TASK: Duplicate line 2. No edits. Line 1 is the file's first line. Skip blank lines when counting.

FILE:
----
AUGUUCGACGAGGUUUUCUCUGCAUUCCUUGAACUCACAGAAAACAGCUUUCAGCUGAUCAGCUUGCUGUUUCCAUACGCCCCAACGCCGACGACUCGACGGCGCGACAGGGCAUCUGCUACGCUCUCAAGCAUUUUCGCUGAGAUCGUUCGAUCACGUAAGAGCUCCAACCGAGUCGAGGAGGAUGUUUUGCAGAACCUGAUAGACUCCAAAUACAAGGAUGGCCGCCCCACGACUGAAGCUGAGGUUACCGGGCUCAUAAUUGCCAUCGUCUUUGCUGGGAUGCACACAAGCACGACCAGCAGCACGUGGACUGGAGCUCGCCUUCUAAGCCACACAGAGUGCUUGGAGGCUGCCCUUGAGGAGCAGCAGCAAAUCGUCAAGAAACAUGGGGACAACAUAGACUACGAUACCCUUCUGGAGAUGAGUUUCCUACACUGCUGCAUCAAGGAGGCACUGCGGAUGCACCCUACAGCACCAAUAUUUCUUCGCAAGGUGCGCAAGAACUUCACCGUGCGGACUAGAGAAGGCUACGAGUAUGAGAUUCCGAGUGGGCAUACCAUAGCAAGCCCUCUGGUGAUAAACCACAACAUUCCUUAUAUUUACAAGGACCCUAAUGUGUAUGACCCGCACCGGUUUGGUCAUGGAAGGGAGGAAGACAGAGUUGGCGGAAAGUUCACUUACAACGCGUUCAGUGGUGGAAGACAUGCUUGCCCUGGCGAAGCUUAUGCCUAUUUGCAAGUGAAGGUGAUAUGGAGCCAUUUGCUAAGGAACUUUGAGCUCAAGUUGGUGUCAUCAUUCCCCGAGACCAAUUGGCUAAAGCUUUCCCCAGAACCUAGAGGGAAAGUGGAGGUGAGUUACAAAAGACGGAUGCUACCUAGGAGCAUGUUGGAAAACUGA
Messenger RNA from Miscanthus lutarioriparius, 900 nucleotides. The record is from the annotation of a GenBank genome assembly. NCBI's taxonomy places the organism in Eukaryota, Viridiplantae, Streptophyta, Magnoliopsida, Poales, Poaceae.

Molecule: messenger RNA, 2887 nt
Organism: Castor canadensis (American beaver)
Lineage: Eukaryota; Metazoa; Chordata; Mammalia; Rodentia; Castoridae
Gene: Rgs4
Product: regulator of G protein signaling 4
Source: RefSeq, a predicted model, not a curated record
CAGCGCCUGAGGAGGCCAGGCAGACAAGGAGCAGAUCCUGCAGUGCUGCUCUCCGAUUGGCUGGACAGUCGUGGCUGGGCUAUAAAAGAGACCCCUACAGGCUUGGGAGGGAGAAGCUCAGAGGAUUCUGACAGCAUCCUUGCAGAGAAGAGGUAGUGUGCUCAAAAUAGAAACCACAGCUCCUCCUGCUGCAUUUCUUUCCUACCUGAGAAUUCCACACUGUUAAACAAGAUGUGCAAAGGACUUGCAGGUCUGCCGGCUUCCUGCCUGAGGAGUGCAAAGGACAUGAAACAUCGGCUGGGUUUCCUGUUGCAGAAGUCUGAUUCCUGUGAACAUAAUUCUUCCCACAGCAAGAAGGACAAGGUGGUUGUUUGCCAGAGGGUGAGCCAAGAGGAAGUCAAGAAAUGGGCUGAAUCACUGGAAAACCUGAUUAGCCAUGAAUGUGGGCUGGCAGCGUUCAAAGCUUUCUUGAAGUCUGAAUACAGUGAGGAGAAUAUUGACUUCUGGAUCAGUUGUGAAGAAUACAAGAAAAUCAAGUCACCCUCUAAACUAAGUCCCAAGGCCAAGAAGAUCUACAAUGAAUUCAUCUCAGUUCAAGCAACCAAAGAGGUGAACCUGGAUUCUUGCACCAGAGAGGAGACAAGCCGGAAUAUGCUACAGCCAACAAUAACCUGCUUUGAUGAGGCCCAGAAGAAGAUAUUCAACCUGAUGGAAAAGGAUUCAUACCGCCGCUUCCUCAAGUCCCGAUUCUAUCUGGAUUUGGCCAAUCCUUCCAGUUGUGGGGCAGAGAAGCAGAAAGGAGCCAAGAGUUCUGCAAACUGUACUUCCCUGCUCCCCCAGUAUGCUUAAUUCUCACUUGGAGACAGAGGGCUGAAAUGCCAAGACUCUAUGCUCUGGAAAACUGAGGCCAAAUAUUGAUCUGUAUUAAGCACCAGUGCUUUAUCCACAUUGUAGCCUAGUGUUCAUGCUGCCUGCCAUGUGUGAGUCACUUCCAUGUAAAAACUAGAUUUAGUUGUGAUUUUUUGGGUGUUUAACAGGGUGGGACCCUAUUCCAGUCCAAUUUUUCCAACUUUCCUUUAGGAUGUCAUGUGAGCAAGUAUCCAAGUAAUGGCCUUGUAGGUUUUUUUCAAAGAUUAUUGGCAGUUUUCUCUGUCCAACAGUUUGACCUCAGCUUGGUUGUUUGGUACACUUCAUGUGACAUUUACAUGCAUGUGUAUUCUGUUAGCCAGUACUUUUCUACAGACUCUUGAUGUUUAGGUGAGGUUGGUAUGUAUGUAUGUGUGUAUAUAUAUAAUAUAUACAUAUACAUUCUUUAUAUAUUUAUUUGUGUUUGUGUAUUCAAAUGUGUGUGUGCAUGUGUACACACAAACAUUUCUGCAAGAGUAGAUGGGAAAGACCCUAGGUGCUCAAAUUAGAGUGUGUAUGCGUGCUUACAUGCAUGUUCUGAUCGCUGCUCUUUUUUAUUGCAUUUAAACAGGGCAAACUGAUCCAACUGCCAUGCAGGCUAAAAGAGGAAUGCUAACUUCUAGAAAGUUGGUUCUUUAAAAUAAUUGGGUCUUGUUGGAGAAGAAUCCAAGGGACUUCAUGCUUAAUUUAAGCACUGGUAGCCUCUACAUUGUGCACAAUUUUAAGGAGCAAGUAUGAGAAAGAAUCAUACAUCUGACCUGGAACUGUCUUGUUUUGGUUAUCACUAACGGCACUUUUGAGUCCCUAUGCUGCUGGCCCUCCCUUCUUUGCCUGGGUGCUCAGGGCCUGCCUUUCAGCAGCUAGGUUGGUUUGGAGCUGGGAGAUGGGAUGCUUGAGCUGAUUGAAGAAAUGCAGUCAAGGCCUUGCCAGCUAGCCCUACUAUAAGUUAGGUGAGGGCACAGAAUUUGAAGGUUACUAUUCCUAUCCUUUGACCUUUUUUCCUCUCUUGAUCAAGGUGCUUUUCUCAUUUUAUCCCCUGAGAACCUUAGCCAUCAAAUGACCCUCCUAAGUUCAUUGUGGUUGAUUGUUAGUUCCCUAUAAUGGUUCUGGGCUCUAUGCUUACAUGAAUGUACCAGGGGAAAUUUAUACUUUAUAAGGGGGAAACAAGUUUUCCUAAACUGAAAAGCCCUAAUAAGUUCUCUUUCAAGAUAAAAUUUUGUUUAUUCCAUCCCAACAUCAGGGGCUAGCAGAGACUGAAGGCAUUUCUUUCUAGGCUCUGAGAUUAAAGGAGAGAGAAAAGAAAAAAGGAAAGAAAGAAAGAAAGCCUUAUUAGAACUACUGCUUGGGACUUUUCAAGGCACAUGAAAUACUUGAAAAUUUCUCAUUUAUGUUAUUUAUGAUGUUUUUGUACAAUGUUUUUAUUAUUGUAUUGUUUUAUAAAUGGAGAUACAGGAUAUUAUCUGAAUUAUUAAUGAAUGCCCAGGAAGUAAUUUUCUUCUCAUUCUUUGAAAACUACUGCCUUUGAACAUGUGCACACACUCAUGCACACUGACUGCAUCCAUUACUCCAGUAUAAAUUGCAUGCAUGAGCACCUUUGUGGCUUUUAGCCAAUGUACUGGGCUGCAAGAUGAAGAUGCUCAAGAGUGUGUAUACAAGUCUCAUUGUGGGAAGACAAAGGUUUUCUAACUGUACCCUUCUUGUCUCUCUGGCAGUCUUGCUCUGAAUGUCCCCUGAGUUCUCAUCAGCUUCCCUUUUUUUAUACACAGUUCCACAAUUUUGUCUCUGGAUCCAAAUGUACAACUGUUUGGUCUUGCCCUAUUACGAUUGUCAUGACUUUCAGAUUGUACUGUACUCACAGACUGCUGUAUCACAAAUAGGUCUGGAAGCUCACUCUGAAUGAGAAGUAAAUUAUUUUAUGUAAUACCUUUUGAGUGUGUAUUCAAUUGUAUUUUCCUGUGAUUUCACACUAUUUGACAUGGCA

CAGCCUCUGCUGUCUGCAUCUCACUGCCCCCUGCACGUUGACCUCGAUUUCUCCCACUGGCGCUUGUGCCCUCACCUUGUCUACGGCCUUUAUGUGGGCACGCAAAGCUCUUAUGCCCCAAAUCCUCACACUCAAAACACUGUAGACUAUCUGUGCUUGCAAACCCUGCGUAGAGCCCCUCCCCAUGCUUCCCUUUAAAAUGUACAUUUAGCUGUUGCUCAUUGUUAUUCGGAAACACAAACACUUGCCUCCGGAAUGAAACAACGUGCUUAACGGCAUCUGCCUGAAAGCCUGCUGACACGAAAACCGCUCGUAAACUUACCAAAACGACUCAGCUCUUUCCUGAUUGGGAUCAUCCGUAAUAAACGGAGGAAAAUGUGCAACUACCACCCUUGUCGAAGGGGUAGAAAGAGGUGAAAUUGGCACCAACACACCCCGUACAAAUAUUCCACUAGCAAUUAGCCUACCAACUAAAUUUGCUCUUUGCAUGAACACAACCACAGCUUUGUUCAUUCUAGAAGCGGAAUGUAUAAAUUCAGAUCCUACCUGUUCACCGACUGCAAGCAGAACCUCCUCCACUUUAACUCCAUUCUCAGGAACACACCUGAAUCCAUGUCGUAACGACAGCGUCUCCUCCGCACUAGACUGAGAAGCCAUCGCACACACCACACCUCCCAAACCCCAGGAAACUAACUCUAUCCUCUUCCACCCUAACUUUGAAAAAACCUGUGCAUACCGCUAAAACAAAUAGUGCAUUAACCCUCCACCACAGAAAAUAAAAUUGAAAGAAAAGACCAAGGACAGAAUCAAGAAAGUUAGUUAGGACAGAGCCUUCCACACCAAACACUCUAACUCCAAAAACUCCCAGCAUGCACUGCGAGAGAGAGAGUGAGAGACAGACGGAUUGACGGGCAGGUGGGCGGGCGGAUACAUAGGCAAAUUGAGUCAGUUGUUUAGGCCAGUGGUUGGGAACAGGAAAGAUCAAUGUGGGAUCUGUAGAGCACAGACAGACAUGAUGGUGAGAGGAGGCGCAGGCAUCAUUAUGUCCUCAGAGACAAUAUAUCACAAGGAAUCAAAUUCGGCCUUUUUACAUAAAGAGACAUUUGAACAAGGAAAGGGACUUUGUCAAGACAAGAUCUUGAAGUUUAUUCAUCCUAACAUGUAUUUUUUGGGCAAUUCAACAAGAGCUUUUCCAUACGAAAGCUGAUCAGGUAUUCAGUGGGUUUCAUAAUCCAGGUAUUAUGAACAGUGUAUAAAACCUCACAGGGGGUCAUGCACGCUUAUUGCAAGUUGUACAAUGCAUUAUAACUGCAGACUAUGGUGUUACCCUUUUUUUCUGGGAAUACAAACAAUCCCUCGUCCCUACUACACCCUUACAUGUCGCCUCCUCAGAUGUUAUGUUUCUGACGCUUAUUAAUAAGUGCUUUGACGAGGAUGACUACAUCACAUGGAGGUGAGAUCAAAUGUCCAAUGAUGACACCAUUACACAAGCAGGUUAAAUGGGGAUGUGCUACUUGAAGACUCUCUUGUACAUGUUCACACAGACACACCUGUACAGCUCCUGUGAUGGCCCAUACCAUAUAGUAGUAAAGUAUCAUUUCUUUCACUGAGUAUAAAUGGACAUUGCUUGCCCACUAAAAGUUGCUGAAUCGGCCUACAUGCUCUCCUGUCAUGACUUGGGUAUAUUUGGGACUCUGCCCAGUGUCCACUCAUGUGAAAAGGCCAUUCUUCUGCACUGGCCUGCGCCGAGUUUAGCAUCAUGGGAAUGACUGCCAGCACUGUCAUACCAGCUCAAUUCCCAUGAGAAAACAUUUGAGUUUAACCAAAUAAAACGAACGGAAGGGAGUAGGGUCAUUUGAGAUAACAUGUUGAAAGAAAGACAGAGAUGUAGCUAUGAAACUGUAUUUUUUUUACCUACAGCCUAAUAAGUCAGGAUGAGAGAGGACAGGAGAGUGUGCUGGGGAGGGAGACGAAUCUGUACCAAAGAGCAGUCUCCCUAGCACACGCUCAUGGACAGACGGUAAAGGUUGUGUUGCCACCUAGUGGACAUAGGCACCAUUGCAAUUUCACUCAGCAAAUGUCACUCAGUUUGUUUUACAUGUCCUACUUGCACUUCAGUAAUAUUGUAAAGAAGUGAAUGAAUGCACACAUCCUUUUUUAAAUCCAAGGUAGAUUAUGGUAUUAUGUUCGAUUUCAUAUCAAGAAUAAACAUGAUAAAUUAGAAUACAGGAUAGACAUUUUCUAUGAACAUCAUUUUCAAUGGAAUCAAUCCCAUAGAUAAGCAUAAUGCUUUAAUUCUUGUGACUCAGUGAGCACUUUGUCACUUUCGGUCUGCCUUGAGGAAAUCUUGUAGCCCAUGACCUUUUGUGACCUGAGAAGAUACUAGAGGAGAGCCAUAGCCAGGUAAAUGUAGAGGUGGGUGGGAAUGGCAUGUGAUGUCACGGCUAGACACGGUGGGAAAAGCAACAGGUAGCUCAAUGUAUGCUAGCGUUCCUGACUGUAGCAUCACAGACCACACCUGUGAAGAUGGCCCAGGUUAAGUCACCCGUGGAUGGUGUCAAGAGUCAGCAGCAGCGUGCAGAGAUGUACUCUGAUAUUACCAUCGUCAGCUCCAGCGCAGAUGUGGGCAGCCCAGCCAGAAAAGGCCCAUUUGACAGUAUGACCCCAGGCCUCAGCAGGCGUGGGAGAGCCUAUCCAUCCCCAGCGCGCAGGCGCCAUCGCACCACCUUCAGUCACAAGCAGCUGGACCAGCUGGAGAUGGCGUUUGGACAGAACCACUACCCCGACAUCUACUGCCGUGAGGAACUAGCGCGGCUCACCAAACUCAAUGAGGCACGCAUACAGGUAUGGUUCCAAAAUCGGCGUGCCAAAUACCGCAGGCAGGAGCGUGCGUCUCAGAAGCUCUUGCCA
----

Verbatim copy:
Messenger RNA from Miscanthus lutarioriparius, 900 nucleotides. The record is from the annotation of a GenBank genome assembly. NCBI's taxonomy places the organism in Eukaryota, Viridiplantae, Streptophyta, Magnoliopsida, Poales, Poaceae.